It takes a lot to make the nurses even think of striking. However there is a solution: they ALL join the agencies!  NHSreality believes that if this happened reality would come home to the politicians and the UK citizens. Nurses are underpaid…

James Gallagher for BBC news reports 14th April 2017: Nurses consider whether to strike over low pay

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Appalling and shameful: Huddersfield and Cumbria Trusts in disgrace..

This exposes inappropriate and immoral rationing. If true, it is appalling and shameful: Huddersfield and Cumbria Trusts are in disgrace..

Sophie Borland and Rosie Taylor report 17th April for the Mail: GPs ‘bribed’ to NOT send patients for cancer tests: NHS pays millions for rationing hip ops, heart checks and even tumour scans

  • GPs are being paid millions to not refer patients for a variety of important tests
  • In a bid to reduce patient numbers doctors are being deterred from referals
  • The incentives mostly cover non-urgent referrals but some include cancer tests
  • Patient groups have deemed the payments ‘profoundly wrong’ 
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Doctors warn NHS is rationing best drugs to cut costs

Far better to have fairness in rationing so that all of us know what is excluded, wherever we live. Devolution and GP Commissioning have ensured inequality, and covert rationing of fearful conditions. Remember, drugs do not improve the health of populations… This is an issue for public health consultants, but are there any left?

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Jon Ungoed-Thomas in the Sunday Times 16th April reports: Doctors warn NHS is rationing best drugs to cut costs

Hospital doctors have revealed how some of the best available medicines are being rationed by the NHS in a cost-cutting drive.

Doctors including gastroenterologists, rheumatologists and dermatologists say they are being prevented from prescribing the most appropriate drugs by their local clinical commissioning groups (CCGs).

CCGs are already reducing the number of hip and knee operations by using pain thresholds to ration procedures.

Now a survey of 200 clinicians, commissioned by the drugs company UCB and conducted by ComRes, has found that seven out of 10 clinicians claim NHS funding pressures have restricted their ability to prescribe approved medications.

The Breast Cancer Now charity revealed last year that some women were missing out on a potentially life-saving drug that costs 43p a day. Bisphosphonates cut the risk of cancer spreading to the bone, but many CCGs have blocked their use.

Dr Thomas Sheeran, a consultant rheumatologist at the Royal Wolverhampton NHS Trust, said bureaucratic hurdles and financial restrictions were hampering clinicians. “It’s frustrating that the people we have to try to persuade are accountants and the CCGs,” he said.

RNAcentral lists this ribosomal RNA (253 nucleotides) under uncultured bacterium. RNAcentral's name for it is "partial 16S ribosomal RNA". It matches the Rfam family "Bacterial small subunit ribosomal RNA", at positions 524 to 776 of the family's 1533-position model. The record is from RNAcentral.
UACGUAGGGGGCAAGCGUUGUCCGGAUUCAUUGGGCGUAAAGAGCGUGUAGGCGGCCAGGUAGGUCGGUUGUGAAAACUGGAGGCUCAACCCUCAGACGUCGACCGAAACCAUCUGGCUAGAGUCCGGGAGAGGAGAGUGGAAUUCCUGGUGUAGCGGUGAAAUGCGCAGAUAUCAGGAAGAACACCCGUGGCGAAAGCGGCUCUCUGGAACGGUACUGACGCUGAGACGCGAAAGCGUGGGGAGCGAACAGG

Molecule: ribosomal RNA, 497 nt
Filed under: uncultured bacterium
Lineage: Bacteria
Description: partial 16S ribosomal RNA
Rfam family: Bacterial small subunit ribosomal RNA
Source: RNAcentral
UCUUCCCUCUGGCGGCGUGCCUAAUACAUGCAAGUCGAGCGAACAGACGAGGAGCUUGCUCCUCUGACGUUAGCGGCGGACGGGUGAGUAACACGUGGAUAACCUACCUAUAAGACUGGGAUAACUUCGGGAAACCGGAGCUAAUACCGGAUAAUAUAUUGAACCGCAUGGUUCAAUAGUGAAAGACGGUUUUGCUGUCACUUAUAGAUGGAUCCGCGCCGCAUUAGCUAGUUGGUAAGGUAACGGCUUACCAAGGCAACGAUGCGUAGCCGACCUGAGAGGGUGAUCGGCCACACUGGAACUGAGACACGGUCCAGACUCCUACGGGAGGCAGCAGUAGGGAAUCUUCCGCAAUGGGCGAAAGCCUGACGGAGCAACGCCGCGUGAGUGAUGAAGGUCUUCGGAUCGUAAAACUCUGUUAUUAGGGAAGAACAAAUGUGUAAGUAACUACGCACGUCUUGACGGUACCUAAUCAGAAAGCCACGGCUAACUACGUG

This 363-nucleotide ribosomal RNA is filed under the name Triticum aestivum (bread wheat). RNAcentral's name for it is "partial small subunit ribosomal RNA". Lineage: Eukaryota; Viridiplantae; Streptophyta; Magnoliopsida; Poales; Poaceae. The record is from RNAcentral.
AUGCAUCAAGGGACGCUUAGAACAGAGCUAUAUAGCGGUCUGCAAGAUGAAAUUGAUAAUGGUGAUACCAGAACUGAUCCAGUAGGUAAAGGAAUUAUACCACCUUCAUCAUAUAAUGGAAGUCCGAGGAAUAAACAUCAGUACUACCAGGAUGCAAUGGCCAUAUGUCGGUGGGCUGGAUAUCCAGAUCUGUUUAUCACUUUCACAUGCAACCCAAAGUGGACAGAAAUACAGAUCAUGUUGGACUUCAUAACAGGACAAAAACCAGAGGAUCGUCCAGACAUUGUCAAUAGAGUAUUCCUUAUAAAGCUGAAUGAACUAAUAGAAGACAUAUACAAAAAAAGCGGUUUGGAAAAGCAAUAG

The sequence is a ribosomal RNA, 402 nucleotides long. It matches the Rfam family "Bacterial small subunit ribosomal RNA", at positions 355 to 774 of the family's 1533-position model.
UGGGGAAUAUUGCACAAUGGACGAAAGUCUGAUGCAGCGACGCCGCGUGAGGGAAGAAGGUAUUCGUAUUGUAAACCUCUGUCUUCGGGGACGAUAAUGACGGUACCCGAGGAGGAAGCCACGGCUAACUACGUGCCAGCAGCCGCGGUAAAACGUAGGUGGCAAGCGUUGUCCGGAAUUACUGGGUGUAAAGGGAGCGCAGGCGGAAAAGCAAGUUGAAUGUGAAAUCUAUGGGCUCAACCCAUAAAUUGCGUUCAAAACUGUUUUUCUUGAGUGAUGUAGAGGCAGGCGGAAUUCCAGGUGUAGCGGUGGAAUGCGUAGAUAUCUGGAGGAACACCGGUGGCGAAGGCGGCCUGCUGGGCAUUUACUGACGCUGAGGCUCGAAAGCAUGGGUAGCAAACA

In one case last year he said a woman at risk of going blind was turned down by her local CCG for £2,000 of drugs to save her sight. The woman was admitted as an emergency patient so the trust could pay for treatment.

The drug in question, infliximab, is approved for use by the National Institute for Health and Care Excellence (Nice) for some conditions, but the treatment for this patient was considered experimental.

Sheeran said another drug used to treat arthritis and approved by Nice, abatacept, was not being permitted by Wolverhampton CCG for some patients.

He said there were concerns that patients who were not given the most suitable drug were more likely to be readmitted to hospital, so the drive to cut the drugs budget was in fact not cost effective.

Patients are entitled to drugs approved by Nice for specific conditions, but there is often no national guidance and CCGs make their own funding decisions.

A spokesman for NHS England said: “As the NHS goes into the most financially challenging few years in its history, it is right that we strive to ensure maximum value for patients from every penny available, but ultimately these are legally decisions for clinical commissioning groups, informed by best evidence and national guidance where appropriate.”

A spokesman for Wolverhampton CCG said that although it could not comment on individual cases, “a number of individual funding requests have been approved for the prescribing of abatacept”.

NHS managers still growing as GP posts fall

The Observer reports 15th April 2017: Number of NHS managers still growing as GP posts fall again – Doctors say ministers’ ‘bureaucracy busting’ shakeup has failed to switch resources and manpower to the front line

The number of NHS managers has grown by almost 18% in the four years since the government introduced a “bureaucracy-busting” shakeup of the health service, according to the latest official data.

The rise of about 4,650 in total management posts since April 2013, when the controversial Health and Social Care Act came into force, contrasts with an alarming fall in the number of GPs over recent months at a time of unprecedented demand for health care. The figures have drawn criticism from the British Medical Association (BMA), who say ministers are failing in their central objective of shifting more resources and manpower from back-office posts to the front line….

Managers are at odds over rationing, and management recognises the case, but the “rules” don’t allow them to speak out.